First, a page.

“We’ve not taken any options off the table,” Herring (D) told reporters at a news conference. “But, of course, our preference is that AHS continue to make sure and take steps that this property continue to be used for the purposes for which Ms. Haupt made the gift.”
Herring’s office has been trying to determine whether the AHS’s proposed sale of the historic property meets the terms of the grant that allowed for the group to purchase the land. The D.C. attorney general also has opened an investigation along the same lines because the AHS is chartered in the District. Herring said the AHS has been cooperative in the investigation.
The AHS did not immediately respond to a request for comment. On Tuesday, however, AHS board Chair Terry Hayes emailed members asking for their support of the proposed sale, saying it was financially necessary and would allow the nonprofit to build an endowment to support its horticultural programs on a national scale.
Hayes’s email also placed some blame on Fairfax County for the organization’s financial difficulties. She said county regulations that control its operating hours, parking, and the number of special events and visitors took a toll on its finances. She also said the county’s recent decision to create a “historic overlay district” that imposes additional restrictions designed to protect the property’s historical resources will only increase the organization’s operating costs.
She further suggested that Haupt would back the sale if she were alive. It was an assertion that critics of Hayes and the AHS’s current leadership said couldn’t be more wrong.
“It read like it was from ‘The Twilight Zone,’ ” state Sen. Scott A. Surovell (D-Fairfax) said.
About 30 people, many of whom are members of Save River Farm, attended Wednesday’s news conference outside the closed gates of the property. U.S. Rep. Don Beyer (D-Va.) sent a message of support.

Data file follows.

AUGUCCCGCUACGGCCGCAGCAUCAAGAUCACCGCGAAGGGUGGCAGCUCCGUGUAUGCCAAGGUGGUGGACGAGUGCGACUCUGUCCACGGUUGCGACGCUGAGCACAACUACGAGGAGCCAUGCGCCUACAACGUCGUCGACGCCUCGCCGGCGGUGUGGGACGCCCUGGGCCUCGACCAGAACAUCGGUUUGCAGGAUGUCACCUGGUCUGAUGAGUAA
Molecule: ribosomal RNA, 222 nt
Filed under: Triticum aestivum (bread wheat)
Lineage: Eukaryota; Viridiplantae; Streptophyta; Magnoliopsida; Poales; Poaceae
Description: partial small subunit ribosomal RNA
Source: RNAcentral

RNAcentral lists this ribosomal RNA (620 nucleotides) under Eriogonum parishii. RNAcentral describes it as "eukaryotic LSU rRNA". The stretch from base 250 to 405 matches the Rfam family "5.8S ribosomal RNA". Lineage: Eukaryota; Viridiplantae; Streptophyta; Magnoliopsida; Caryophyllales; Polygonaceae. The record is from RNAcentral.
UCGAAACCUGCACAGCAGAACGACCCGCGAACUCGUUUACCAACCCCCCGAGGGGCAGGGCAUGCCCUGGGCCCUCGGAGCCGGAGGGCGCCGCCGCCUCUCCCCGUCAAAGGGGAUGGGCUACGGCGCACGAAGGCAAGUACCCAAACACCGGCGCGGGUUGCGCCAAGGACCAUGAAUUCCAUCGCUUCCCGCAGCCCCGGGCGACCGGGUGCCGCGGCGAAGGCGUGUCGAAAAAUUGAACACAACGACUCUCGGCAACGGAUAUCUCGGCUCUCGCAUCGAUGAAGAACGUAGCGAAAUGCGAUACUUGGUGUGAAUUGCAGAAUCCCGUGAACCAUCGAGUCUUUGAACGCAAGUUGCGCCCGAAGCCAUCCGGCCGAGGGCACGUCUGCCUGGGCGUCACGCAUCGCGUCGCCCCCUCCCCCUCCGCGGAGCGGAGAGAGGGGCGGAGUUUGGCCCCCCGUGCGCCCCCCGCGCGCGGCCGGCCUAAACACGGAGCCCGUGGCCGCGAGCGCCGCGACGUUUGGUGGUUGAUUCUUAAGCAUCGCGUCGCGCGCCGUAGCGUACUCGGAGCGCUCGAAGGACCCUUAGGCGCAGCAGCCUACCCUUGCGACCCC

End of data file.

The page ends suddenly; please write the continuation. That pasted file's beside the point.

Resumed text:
“We’re all here for one simple thing: to protect and preserve River Farm,” Fairfax County supervisor Dan Storck (D-Mount Vernon) said.
The AHS put River Farm on the market for $32.9 million last year, saying pandemic-related closures had hurt its revenue from hosting weddings and special events. Hayes’s message on Tuesday went further, saying the organization’s attempt to maintain the 18th-century manor and grounds while also offering educational programs has been a struggle for decades.
Her email said that capital expenses, including a $1.2 million loan for sewerage and irrigation systems, grew more than spending on gardening programs. She said the cost for deferred maintenance is now an estimated $3 million.
And she offered an alternative explanation of Haupt’s gift to the AHS, saying she did so primarily because she wanted to keep the property out of the hands of the Soviet Union, whose embassy in Washington had explored buying the property as a retreat for its diplomats.
“I think if she were alive today and asked to make a choice between AHS becoming the conservator of River Farm or investing the sale proceeds in the future of AHS and horticulture in America, she would choose the latter,” Hayes wrote.
Surovell said ample documentation exists — including Haupt’s public statements, newspaper accounts of the AHS’s purchase of River Farm, her obituaries in the New York Times and The Washington Post, and the actual grant terms — to suggest Haupt wanted to preserve River Farm as a green space for the American public.
The Annenberg Foundation, which executed the grant allowing the AHS to obtain River Farm, wrote to the AHS last month, urging it to keep the property free of development and open to the public and reminding the organization that Haupt’s wishes were memorialized in the sales contract drawn up on December 1972 and in grant specifications laid out in January 1973.
Late last month, dissenting members of the AHS board also spoke out about their opposition to the proposed sale.
“Her intentions were clear,” Surovell said. He also criticized the AHS for its recent efforts to downplay River Farm’s historical significance. “This is about as historic a property as it gets in Northern Virginia,” he said.
Meanwhile, a coalition of preservationists, led by NOVA Parks and the Northern Virginia Conservation Trust (NVCT), has continued to negotiate with the AHS to buy the property. Alan Rowsome, NVCT’s executive director, said their most recent offer was about $16 million for the property, which is about $1 million below its current assessed value.
“It’s my sincere hope that the AHS board will listen to its neighbors,” Del. Paul E. Krizek (D-Fairfax) said. “We are here because we do not want to see paradise paved over.”